Author: Sarah Martin
If there is no question as to what the Bible says about wine and drunkenness, it leaves you to wonder just what sort of wine this is. There is no doubt that it is alcoholic, though it was probably much less so than a strong drink we know today.
However, the wine does appear to be of the highest vintage - bright in color and sparkling, with a smooth taste that made it easy to drink, similar to a Grenache (http://www.wineaccess.com/wine/grape/Grenache/) perhaps. Mixed drinks are also mentioned in the Bible, though more as the second type of drink - which causes excitement, but is between the wine that is good to drink and the wine that intoxicates.
According to Solomon
Solomon was conservative and experienced, as well as wise. So many people would expect him to say that moderation was fine - that you should rationally use the gifts that God has given. Instead, he passes on the idea of abstinence, telling those to turn away as though wine was deadly and poisonous.
The wine of Biblical times was certainly purer than those you find today, with beautiful color and taste to make it all the more tempting. And because it was so tempting, it made it all the more perilous. Many think that because Solomon set forth some of the best known guidelines for living, and that this guideline should also be followed.
There are other passages that speak similar words. King Lemuel was told that kings were not to drink wine. This was because wine could cloud their judgment and cause them to forget the law and make poor rulings. The idea that wine was not for kings was repeated several times. This idea can be applied to not only kings, but to anyone who has power and authority, and not for anyone that is connected in some way to the well being of others.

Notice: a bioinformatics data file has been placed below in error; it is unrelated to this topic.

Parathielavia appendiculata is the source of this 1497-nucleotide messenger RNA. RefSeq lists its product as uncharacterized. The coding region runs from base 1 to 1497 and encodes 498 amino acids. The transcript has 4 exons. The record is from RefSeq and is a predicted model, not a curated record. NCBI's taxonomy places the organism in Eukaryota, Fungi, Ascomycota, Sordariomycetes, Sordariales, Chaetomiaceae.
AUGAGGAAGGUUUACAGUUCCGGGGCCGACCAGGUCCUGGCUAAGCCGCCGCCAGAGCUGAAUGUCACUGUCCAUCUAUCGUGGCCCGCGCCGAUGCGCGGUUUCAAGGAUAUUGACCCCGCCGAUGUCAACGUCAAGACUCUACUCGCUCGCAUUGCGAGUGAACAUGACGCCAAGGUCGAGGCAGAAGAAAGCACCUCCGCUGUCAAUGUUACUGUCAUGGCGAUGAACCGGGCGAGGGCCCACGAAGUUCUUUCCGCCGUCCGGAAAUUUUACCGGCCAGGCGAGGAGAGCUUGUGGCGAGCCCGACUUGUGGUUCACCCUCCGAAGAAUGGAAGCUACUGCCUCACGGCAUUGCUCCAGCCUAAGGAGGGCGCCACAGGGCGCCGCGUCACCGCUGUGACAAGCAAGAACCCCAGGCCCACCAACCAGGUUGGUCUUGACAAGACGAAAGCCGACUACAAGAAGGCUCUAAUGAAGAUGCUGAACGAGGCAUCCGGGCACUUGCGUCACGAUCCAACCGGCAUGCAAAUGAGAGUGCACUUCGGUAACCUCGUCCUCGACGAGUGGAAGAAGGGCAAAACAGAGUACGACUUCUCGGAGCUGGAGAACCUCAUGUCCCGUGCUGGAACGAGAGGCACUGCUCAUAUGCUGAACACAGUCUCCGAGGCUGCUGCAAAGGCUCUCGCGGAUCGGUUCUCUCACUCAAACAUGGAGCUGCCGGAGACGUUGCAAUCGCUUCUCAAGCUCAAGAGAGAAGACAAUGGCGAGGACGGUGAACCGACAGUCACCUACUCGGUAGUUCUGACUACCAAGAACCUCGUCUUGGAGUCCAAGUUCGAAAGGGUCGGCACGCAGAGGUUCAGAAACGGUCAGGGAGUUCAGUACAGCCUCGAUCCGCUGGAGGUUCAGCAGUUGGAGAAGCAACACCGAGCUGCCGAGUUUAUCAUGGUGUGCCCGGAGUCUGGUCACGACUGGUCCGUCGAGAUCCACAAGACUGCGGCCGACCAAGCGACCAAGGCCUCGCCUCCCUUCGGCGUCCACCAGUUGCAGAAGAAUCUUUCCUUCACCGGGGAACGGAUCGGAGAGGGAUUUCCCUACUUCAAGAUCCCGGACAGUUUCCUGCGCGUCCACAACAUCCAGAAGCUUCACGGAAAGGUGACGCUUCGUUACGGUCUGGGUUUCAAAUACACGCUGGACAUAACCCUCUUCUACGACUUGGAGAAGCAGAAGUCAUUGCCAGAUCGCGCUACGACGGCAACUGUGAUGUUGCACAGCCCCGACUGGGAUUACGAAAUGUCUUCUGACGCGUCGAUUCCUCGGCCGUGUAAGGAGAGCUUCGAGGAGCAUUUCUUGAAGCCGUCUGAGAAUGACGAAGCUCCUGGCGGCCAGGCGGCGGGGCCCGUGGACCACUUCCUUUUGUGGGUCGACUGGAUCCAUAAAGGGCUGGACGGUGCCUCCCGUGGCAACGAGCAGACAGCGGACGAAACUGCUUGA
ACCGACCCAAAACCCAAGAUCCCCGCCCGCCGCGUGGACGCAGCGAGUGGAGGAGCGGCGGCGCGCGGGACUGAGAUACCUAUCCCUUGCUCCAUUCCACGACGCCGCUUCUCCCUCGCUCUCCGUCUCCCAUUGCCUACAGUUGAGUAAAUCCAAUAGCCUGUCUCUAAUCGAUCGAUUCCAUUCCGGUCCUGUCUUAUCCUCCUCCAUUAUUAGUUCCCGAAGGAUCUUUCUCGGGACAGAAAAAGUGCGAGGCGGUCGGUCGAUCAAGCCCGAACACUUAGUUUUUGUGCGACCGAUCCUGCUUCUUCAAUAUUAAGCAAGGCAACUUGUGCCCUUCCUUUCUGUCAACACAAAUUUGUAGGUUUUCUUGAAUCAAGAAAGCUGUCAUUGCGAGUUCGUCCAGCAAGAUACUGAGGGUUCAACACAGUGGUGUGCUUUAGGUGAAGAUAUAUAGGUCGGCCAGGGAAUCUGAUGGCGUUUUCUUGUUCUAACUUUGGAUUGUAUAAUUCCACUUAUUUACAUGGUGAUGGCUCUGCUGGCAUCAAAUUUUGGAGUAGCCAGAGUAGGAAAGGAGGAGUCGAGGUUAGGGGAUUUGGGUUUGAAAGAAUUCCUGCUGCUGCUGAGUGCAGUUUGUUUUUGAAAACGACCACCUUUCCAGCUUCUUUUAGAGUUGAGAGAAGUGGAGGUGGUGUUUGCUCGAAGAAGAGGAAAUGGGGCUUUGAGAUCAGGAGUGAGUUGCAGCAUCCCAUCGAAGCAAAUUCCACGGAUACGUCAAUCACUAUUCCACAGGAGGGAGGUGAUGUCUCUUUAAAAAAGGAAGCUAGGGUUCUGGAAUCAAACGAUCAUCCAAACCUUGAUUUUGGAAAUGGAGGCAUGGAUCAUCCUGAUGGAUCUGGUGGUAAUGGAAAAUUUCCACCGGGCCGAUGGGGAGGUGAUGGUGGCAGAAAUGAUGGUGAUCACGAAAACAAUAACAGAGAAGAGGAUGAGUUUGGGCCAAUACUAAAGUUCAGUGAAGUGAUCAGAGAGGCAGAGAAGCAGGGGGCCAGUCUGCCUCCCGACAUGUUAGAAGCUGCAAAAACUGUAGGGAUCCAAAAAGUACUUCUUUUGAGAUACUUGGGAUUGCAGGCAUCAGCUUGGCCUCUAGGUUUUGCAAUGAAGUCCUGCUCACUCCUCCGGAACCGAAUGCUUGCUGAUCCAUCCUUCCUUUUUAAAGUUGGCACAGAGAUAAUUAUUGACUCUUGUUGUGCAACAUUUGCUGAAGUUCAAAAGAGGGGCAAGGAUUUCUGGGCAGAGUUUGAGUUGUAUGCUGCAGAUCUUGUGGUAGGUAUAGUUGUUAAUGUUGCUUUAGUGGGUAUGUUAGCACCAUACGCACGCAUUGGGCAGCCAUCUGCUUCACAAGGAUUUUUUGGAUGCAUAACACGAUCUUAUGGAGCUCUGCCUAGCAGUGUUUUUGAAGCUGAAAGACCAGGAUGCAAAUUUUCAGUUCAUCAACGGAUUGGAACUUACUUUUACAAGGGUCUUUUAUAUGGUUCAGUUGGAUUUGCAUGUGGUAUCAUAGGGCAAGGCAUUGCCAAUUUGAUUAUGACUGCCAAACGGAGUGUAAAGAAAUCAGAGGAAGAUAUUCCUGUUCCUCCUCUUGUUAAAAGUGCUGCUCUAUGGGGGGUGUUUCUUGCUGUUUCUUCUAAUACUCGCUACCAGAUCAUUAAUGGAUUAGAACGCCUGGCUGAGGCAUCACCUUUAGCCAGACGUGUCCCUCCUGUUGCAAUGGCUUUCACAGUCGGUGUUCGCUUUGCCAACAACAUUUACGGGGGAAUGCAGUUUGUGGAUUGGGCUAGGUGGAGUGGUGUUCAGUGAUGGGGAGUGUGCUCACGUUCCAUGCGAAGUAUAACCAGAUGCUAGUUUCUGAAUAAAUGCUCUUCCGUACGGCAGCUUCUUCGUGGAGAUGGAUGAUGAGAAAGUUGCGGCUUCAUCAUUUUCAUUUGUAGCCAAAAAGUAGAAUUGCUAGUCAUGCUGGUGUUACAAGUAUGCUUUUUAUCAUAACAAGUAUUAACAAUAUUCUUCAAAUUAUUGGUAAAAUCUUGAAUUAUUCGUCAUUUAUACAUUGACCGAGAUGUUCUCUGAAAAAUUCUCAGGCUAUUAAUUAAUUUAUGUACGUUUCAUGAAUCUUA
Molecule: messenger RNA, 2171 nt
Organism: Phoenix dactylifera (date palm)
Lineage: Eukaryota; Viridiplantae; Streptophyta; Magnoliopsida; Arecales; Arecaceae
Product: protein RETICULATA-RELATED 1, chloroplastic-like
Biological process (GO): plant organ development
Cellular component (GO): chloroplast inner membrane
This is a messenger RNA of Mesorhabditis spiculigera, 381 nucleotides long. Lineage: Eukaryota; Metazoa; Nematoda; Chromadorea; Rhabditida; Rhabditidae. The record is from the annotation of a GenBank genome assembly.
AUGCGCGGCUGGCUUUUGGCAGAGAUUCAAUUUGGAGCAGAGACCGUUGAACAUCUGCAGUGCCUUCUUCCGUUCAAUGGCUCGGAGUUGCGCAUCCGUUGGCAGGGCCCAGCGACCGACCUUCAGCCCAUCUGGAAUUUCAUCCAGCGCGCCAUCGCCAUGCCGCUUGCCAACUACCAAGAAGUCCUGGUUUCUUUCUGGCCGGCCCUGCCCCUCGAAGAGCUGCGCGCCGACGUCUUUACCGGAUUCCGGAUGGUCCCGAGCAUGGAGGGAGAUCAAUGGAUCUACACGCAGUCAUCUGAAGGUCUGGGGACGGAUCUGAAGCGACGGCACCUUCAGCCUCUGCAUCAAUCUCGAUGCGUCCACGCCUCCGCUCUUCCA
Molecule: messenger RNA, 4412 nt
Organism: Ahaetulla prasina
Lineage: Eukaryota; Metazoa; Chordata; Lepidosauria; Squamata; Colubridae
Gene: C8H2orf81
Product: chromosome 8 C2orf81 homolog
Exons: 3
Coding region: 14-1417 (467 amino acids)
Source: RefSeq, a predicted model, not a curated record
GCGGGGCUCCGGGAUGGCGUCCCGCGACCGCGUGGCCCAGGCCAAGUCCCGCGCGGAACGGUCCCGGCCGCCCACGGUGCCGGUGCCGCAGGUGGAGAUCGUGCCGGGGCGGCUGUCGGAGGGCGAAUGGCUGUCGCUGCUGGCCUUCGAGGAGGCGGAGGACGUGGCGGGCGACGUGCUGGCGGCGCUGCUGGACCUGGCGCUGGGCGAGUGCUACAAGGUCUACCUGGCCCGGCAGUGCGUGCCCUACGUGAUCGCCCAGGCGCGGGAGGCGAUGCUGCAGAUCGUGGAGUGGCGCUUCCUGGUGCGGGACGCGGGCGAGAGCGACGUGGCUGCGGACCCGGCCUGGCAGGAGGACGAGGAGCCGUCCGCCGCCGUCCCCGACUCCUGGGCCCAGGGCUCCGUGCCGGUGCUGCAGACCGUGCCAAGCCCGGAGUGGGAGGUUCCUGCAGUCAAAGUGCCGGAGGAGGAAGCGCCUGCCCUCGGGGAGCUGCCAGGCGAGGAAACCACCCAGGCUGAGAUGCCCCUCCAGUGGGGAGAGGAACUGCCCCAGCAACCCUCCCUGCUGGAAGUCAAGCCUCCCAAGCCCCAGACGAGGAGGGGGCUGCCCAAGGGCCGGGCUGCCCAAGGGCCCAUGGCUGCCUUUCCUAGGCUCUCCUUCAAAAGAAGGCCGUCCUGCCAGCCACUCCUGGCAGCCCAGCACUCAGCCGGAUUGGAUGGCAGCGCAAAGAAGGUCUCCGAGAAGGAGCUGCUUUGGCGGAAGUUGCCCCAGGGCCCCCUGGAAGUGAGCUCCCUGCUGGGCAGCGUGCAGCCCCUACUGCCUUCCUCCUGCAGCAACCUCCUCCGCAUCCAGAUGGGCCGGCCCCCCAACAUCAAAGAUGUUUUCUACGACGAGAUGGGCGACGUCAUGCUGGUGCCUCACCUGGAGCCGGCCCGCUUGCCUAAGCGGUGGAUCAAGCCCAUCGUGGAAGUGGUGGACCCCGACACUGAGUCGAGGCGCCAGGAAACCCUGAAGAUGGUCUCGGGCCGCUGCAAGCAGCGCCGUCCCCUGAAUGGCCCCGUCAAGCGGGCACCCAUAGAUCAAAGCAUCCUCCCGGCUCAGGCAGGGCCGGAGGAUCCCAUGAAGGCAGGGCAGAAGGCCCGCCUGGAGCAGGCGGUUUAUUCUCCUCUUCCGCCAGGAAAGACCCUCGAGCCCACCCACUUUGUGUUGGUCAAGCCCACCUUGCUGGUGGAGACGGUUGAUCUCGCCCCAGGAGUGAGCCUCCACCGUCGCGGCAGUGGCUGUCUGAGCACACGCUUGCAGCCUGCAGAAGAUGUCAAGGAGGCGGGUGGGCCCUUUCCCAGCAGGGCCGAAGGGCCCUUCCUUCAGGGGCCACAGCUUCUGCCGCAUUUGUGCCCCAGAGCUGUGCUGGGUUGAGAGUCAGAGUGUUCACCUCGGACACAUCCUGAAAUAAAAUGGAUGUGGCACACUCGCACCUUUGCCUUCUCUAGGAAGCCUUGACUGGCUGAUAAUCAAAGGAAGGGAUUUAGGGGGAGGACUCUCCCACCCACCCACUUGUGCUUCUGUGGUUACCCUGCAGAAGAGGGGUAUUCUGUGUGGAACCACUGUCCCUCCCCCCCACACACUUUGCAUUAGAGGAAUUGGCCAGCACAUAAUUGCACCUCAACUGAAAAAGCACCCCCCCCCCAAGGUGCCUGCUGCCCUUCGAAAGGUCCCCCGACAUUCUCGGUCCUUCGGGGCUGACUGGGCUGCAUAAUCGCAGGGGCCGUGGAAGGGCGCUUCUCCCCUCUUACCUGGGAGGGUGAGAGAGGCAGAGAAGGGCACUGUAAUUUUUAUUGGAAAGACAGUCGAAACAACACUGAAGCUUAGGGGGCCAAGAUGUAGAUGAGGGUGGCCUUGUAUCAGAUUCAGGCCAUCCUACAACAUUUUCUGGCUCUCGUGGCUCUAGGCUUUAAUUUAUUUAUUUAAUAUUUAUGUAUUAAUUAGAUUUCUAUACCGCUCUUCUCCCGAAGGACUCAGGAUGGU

This is because if they allow alcohol, even if it is a fine Malbec, to cloud their mind, then they will forget their duty. Nearly every person in the world has authority for someone, whether it is a friend, family member, neighbor, or someone with a job that offers them authority over more people.
Only those in poor health
The only use of alcohol that is recommended is to give it to those who are dying and who are "bitter in soul." This is a medicinal use of alcohol - to provide strength to a dying person while waiting for help to arrive, or to dull the pain for surgery or other medical procedure when no other pain reliever is present, or as a way to help alleviate some deadly fear. Therefore, it seems totally clear when alcohol can and cannot be used according to the Bible.
With the Bible being as clear as it is, there seems to be no room for negotiating. It surely speaks to abstinence, total abstinence, except in the rare cases of medical necessity. If Solomon spoke to abstinence, and King Lemuel told that it was not for kings, how can the use of alcohol today be justified?
Sarah Martin is a freelance marketing writer based out of San Diego, CA. She specializes in food, wine, and it's influence on religion. For a great selection of wine varietals such as Grenache and Malbec, please visit http://www.wineaccess.com/.